Jury unanimity

Abolish majority jury verdicts, introduced in 1967, and currently regulated by s.17 of the Juries Act, 1974. 

Why does this idea matter?

There is a practical and principled case against majority jury verdicts. They are incompatible with proof beyond all reasonable doubt, unless the minority is always wrong, which is clearly not the case. They create two-tier verdicts, and leave doubt in the public mind.  

Majority verdicts correlate worryingly with miscarriages of justice, such as the cases of Sally Clark, and Barry George. They also make it easier to acquit the guilty.  

Preventing wrongful verdicts would serve both justice and the taxpayer, since appeals and compensation for wrongful convictions can cost the taxpayer hundreds of thousands of pounds. Not to mention the effect it has on the wrongfully convicted person.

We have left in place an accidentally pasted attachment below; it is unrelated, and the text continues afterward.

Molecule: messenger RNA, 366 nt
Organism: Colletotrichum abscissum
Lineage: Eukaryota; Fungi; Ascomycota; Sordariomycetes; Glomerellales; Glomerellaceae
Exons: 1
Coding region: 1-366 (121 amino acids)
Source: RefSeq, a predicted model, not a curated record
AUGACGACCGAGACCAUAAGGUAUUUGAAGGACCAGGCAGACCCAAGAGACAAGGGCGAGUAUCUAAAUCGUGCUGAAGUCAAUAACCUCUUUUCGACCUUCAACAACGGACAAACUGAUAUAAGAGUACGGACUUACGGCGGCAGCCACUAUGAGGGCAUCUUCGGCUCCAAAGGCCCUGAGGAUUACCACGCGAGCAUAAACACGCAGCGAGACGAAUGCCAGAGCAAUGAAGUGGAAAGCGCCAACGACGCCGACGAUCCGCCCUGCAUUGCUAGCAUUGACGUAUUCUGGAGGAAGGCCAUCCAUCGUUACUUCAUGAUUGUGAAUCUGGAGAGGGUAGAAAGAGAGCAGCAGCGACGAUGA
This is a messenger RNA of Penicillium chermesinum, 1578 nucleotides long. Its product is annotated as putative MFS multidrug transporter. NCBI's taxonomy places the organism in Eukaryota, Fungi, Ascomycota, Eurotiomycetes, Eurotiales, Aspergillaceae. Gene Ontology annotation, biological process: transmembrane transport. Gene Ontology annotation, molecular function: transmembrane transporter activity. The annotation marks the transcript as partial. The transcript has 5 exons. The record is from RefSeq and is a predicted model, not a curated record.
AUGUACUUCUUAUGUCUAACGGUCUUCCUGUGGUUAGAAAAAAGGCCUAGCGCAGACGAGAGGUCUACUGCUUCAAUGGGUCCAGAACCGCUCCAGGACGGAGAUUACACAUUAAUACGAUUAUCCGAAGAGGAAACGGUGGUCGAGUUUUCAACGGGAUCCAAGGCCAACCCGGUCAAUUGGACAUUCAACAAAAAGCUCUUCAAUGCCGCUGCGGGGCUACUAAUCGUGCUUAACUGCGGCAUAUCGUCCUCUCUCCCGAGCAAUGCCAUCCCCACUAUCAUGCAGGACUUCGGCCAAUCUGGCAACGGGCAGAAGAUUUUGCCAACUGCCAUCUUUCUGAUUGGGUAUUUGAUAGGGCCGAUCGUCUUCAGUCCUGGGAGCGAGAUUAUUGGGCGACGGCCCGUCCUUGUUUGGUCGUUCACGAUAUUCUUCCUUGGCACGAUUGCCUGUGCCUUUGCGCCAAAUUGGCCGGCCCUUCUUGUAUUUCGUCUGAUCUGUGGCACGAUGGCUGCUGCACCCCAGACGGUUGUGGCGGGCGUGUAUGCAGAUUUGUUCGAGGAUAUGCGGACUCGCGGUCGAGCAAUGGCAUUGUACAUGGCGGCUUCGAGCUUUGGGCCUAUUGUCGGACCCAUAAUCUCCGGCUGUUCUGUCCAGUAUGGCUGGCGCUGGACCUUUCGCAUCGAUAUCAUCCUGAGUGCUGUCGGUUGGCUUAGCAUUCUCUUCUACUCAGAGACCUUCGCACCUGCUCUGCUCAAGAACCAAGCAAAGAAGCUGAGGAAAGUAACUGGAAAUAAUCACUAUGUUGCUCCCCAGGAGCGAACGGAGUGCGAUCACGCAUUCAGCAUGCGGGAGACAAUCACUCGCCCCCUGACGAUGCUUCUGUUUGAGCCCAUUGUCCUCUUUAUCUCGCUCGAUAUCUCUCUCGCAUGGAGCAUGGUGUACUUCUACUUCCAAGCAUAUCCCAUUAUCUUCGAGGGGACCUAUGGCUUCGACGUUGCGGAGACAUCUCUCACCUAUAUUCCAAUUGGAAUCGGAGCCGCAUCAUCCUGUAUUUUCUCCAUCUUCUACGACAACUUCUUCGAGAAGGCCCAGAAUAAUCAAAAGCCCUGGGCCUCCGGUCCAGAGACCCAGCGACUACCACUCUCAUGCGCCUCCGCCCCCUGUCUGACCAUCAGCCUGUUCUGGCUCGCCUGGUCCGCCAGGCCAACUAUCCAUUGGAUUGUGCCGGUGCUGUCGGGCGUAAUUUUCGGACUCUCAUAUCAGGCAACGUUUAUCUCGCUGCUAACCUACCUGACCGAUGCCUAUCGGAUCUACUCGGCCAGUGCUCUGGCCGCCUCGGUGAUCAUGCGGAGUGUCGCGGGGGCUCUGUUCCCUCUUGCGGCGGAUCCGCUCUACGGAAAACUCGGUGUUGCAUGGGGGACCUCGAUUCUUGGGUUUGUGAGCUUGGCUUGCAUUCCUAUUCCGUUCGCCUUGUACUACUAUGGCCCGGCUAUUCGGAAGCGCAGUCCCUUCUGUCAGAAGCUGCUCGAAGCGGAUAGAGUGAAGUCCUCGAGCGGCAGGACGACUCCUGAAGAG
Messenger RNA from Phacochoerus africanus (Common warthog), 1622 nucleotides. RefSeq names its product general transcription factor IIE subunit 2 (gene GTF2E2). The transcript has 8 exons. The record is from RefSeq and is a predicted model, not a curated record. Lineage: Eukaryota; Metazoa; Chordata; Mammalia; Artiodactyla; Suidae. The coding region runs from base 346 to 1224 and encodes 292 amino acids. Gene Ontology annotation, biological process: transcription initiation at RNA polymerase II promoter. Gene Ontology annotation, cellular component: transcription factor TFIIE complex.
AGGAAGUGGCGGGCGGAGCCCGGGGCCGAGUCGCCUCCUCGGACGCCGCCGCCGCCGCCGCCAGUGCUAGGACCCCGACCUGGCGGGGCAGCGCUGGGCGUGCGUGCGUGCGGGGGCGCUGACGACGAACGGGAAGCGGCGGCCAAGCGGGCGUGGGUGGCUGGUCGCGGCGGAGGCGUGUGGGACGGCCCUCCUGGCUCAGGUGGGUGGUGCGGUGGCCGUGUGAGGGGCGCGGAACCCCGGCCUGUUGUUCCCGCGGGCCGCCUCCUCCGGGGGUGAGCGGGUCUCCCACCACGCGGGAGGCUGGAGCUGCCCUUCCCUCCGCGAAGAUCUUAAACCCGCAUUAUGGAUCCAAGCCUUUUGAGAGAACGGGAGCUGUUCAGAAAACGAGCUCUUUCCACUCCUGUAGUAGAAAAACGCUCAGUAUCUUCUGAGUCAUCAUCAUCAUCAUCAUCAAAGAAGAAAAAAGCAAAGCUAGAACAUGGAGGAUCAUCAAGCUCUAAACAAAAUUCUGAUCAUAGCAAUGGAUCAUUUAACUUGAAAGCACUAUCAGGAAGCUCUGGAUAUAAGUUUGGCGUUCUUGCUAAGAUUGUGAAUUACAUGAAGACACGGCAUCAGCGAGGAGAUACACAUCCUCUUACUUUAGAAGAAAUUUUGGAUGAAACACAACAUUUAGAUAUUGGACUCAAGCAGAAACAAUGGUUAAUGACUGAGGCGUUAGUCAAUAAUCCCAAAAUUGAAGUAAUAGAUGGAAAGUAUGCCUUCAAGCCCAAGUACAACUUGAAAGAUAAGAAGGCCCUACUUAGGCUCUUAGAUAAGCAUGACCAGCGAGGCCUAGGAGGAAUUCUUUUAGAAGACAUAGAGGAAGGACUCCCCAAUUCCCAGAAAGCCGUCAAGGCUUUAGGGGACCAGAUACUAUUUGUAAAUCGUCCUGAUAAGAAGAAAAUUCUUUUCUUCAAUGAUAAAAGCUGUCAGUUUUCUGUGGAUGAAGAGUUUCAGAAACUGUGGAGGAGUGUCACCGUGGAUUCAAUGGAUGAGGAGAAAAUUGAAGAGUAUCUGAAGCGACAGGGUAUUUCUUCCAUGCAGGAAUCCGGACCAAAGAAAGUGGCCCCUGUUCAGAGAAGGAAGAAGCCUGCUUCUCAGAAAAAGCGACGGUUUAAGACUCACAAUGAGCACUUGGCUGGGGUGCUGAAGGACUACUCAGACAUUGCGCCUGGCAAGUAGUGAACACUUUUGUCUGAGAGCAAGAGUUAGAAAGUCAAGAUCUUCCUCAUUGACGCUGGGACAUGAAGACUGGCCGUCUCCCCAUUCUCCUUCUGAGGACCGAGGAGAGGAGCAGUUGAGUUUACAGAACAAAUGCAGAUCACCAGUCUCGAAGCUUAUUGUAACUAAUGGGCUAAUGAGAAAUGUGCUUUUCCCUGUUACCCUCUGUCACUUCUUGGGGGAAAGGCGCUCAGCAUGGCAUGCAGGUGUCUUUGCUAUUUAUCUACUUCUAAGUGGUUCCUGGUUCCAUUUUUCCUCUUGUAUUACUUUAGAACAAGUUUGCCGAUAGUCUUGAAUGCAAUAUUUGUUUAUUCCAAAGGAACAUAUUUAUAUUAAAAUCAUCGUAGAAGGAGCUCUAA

When all verdicts had to be unanimous, only 4% of juries hung. Canada, and most of the USA, retain unanimity. Majority verdicts were introduced by Home Secretary Roy Jenkins on grounds of jury tampering, although they have never been confined to cases where this is alleged, which suggests that this rationale was a pretext. On practical grounds alone, justice should aim to get it right first time around, not pick up the pieces after the damage has been done. Every wrongful conviction damages faith in the justice system, as do wrongful acquittals. Restoring jury unanimity would make all verdicts equal, and improve the standards of justice for all. 

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